The notification process is one way of letting people know about the existence and potential impact of a proposed plan. Notification should be supported by the use of non-statutory methods to promote knowledge and understanding about a proposed plan, its provisions and its likely impact on the community. At the very least, all stakeholders should be informed and given the opportunity to be involved.
Possible techniques include:
Brochures/pamphlets summarising key parts, sometimes several according to topic areas
Meetings with sector groups (with proposed plan authors there to explain)
Media releases/articles/spreads, with succinct summaries of hot topics and the proposed plan's policies
Meetings with media to discuss aspects of proposed plan to promote a good understanding of the policies and their effect
Workshops with stakeholders (surveyors, land agents, real estate agents and other consultants etc)
Copies of proposed plans at appropriate locations, for example, libraries and service centres (multiple copies at each, rather than one only)
Online versions of the proposed plan and how to make a submission for example
How to make a submission information, particularly emphasising the decision requested
Training of staff on the new proposed plan prior to notification not just front counter staff, but all staff that need to know, such as those in call-centres and staff in operational services.
In particular, the regulatory aspects of a proposed plan need good communication. Understanding the need for, and purpose of, proposed rules should be one of the key elements of marketing a notified proposed plan. One of the problems, however, is how to inform people how rules affect them individually. While there is no statutory requirement to notify specific properties about changes in zoning or rules that impact on them, it is important a council consciously consider this matter as part of its communications strategy for a proposed plan. The difficulty is how wide a net to cast. There is no hard criteria or guidance on this matter as it depends on a host of circumstances (this issue also arises under ‘notifying for further submissions’, below)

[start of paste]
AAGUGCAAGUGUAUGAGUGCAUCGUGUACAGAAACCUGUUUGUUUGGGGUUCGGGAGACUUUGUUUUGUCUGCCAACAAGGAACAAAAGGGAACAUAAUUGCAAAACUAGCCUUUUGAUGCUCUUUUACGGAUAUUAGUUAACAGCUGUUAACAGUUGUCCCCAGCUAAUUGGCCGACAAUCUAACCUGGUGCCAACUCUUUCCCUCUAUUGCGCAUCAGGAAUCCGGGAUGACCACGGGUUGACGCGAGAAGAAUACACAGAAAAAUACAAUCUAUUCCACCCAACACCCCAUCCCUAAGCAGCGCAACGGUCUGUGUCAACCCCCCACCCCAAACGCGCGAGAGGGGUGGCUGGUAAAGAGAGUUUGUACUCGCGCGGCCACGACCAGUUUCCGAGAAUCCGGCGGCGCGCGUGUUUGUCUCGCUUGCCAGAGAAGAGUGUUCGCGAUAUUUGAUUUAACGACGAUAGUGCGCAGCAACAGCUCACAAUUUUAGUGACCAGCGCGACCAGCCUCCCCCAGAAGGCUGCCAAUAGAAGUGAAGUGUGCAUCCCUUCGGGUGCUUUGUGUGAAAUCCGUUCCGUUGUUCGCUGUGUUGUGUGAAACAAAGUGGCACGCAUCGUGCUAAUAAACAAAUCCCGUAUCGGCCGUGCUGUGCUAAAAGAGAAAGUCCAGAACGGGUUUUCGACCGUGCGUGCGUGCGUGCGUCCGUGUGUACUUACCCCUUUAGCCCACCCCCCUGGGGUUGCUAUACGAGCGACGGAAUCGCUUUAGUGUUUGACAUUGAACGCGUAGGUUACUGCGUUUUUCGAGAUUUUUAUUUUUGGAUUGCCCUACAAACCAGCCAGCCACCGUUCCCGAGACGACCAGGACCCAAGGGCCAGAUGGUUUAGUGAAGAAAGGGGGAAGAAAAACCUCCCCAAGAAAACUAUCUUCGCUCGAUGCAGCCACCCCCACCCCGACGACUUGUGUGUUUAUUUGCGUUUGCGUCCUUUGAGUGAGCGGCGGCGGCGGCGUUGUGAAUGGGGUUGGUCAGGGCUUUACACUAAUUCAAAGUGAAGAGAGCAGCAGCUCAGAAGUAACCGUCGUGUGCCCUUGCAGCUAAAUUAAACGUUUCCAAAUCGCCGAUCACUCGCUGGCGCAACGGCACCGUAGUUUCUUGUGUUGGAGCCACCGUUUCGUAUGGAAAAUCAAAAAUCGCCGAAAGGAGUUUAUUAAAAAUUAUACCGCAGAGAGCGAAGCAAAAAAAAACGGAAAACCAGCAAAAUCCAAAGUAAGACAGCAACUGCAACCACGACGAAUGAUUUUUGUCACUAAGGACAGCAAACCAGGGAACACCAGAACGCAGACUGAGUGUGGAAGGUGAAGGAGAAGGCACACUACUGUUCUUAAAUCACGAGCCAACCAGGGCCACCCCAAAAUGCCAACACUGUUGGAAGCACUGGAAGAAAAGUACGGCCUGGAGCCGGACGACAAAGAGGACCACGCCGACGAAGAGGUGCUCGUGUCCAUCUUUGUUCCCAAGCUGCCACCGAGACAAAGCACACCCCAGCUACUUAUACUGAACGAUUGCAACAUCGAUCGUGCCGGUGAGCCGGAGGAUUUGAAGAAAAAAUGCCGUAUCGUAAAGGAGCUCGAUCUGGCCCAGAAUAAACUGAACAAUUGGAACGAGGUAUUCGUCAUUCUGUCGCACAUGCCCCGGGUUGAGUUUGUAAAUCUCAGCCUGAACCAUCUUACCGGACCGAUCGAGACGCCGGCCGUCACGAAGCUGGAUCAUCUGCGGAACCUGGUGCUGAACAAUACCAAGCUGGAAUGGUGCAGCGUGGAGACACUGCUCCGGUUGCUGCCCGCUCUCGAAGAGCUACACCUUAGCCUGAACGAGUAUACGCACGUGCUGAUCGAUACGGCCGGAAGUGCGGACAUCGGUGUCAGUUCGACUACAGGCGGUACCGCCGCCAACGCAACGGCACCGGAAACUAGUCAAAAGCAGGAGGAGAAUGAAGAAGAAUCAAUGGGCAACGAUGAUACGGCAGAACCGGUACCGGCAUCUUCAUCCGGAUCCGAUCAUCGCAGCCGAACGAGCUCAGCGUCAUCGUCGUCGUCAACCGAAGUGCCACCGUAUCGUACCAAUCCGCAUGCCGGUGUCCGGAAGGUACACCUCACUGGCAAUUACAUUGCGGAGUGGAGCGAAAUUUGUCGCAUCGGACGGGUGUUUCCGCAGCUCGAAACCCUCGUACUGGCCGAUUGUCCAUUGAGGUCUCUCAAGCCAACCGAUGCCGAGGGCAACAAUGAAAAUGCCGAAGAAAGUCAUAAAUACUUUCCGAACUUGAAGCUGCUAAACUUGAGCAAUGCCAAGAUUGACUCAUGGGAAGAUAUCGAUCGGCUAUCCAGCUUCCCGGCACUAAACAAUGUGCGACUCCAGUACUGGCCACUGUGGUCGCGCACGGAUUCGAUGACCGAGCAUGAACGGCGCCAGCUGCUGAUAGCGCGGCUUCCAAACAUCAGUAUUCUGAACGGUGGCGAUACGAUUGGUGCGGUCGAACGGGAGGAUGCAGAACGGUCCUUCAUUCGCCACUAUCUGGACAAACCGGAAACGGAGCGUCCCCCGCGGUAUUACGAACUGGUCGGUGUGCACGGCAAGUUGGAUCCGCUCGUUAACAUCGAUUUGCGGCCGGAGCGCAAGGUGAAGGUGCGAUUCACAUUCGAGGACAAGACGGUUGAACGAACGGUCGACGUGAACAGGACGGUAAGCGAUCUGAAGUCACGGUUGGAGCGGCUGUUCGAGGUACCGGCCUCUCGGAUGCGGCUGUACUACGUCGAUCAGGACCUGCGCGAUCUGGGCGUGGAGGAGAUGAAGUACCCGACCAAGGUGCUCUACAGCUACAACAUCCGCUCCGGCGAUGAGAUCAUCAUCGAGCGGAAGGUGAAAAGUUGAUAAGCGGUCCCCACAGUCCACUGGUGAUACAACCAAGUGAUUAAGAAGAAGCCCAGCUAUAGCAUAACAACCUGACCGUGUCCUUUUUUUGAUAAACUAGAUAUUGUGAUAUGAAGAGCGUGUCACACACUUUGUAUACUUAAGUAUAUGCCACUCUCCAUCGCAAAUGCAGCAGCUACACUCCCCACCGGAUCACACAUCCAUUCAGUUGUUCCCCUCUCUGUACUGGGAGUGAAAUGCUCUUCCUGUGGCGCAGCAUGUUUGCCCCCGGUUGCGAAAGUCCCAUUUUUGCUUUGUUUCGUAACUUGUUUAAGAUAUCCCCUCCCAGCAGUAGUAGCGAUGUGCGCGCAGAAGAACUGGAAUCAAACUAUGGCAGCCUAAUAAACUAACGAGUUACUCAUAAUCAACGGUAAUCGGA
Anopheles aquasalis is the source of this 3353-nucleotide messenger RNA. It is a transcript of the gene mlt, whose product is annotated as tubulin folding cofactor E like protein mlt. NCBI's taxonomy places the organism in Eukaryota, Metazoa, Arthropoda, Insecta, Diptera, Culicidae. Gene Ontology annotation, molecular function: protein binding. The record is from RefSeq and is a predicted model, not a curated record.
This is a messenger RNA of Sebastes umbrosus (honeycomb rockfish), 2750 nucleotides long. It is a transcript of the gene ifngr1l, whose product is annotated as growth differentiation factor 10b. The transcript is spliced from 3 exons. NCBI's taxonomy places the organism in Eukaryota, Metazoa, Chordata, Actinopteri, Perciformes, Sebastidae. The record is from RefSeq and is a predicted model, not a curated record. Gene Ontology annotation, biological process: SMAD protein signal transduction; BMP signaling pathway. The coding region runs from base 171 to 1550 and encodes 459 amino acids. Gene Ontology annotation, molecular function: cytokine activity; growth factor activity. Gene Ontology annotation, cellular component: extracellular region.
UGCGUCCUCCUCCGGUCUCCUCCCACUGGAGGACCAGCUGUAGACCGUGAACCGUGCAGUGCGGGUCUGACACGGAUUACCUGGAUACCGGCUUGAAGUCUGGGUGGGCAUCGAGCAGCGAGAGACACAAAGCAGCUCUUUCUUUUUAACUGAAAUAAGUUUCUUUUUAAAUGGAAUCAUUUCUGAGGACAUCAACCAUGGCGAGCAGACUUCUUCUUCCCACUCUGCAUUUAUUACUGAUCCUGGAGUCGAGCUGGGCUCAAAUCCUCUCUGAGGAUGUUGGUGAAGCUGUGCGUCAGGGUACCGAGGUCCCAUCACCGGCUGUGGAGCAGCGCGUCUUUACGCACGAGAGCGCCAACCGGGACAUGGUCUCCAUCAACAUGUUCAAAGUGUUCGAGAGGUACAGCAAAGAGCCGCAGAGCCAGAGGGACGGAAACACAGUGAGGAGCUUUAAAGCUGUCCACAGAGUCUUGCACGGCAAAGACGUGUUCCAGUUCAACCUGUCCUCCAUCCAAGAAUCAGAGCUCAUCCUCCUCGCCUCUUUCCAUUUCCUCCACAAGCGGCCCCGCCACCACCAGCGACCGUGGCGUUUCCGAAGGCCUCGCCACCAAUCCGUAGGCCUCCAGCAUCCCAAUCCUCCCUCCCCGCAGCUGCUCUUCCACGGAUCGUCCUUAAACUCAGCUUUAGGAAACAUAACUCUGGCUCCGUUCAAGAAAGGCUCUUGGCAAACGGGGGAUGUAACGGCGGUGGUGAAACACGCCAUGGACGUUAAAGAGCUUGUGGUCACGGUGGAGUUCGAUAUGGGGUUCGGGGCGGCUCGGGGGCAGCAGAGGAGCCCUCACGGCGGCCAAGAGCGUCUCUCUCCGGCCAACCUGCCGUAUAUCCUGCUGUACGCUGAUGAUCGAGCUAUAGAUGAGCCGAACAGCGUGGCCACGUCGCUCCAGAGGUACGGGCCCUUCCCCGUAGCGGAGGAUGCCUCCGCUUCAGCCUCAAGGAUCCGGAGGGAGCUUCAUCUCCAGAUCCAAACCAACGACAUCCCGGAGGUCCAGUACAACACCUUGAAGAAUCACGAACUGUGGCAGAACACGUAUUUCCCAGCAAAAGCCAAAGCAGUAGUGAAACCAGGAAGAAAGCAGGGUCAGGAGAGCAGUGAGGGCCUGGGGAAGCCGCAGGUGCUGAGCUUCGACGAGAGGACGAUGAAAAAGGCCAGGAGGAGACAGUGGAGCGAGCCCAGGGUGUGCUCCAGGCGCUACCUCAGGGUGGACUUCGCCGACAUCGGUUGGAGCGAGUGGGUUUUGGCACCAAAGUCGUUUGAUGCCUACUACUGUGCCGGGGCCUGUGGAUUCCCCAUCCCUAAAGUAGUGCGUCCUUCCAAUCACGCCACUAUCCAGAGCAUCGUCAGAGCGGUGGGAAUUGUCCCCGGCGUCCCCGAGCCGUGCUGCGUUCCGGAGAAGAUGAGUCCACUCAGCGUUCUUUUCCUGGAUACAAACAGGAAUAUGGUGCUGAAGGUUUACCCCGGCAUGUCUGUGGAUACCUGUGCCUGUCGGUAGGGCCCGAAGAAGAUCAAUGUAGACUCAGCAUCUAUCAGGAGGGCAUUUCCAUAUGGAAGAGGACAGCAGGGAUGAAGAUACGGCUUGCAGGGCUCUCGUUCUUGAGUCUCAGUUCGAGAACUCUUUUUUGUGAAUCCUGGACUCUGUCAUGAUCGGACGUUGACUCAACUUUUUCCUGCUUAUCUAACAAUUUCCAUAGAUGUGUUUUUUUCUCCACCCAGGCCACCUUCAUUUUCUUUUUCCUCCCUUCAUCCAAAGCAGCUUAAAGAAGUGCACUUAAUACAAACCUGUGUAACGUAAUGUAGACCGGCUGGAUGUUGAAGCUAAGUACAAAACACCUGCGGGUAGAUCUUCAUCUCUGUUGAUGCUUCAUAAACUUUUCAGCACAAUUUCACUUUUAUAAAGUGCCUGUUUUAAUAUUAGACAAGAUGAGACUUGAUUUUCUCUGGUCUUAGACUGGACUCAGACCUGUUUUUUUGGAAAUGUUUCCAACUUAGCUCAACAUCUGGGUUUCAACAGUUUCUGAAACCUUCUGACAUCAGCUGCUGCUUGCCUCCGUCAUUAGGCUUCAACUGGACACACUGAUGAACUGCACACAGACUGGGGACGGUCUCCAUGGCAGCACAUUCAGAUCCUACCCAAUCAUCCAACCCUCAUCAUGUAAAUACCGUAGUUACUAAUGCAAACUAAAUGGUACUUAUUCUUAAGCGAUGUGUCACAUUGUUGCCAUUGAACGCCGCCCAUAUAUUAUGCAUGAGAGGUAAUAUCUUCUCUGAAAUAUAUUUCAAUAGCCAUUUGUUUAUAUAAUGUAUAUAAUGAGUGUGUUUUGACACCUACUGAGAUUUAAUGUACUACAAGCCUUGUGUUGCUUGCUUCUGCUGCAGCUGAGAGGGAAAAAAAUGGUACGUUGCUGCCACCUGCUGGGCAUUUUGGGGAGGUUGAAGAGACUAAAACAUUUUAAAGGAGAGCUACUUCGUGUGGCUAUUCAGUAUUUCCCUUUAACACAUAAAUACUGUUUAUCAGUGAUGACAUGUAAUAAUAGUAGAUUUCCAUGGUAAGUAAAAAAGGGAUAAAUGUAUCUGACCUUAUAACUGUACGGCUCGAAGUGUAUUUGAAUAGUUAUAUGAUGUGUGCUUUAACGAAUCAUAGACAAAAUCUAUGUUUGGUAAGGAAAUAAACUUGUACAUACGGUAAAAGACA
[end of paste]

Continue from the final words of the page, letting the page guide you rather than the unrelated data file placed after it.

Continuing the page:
Inform people about the process itself, to lessen confusion and potential problems. For example, people sometimes have unrealistic expectations about what can come out of their submissions - new traffic lights, lower rates, etc. Potential submitters need to understand what councils can and cannot deliver under its district plan, and how to have input into other areas of the council's functions. This includes the limitations on making submissions on matters relating to trade competition under clause 6 of Schedule 1.